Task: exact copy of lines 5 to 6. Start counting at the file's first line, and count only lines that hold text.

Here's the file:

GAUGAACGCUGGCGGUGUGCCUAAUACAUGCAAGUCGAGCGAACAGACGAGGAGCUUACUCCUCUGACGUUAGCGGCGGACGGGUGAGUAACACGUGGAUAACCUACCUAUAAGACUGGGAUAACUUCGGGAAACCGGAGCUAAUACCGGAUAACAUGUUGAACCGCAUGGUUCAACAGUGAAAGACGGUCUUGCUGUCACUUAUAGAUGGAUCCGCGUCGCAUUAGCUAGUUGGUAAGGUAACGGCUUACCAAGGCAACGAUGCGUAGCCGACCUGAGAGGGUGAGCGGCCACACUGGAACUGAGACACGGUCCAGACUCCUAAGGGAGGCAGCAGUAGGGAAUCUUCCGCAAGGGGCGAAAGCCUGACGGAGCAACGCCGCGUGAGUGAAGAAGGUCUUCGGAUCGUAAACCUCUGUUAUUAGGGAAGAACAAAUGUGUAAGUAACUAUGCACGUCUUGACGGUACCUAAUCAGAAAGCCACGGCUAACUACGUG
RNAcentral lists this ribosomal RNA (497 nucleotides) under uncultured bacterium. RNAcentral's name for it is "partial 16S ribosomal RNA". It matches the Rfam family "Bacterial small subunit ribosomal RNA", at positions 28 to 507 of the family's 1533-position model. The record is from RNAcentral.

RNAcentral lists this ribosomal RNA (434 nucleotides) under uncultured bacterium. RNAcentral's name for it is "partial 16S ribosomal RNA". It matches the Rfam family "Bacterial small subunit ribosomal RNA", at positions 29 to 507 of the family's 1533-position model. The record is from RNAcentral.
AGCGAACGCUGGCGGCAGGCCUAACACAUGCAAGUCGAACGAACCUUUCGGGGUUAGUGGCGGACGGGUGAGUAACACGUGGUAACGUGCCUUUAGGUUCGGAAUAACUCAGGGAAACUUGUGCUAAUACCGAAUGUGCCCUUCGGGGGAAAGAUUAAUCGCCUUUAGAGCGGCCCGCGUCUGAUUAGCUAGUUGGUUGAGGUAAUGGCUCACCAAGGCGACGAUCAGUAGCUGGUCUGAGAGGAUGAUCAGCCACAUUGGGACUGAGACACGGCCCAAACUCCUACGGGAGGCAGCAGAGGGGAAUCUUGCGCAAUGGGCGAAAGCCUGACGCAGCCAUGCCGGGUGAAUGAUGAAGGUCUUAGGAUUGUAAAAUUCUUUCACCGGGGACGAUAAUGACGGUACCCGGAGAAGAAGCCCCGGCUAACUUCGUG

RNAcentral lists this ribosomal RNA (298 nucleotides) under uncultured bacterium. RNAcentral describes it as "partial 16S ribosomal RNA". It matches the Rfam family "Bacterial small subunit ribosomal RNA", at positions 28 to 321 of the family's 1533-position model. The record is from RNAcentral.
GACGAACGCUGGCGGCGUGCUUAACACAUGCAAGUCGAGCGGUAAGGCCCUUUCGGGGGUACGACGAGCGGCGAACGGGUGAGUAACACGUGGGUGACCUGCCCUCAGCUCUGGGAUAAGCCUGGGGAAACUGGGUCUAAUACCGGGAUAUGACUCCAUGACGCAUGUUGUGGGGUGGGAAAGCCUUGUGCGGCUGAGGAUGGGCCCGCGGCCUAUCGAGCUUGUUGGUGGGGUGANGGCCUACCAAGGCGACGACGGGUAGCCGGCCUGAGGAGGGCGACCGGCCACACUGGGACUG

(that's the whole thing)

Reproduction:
RNAcentral lists this ribosomal RNA (298 nucleotides) under uncultured bacterium. RNAcentral describes it as "partial 16S ribosomal RNA". It matches the Rfam family "Bacterial small subunit ribosomal RNA", at positions 28 to 321 of the family's 1533-position model. The record is from RNAcentral.
GACGAACGCUGGCGGCGUGCUUAACACAUGCAAGUCGAGCGGUAAGGCCCUUUCGGGGGUACGACGAGCGGCGAACGGGUGAGUAACACGUGGGUGACCUGCCCUCAGCUCUGGGAUAAGCCUGGGGAAACUGGGUCUAAUACCGGGAUAUGACUCCAUGACGCAUGUUGUGGGGUGGGAAAGCCUUGUGCGGCUGAGGAUGGGCCCGCGGCCUAUCGAGCUUGUUGGUGGGGUGANGGCCUACCAAGGCGACGACGGGUAGCCGGCCUGAGGAGGGCGACCGGCCACACUGGGACUG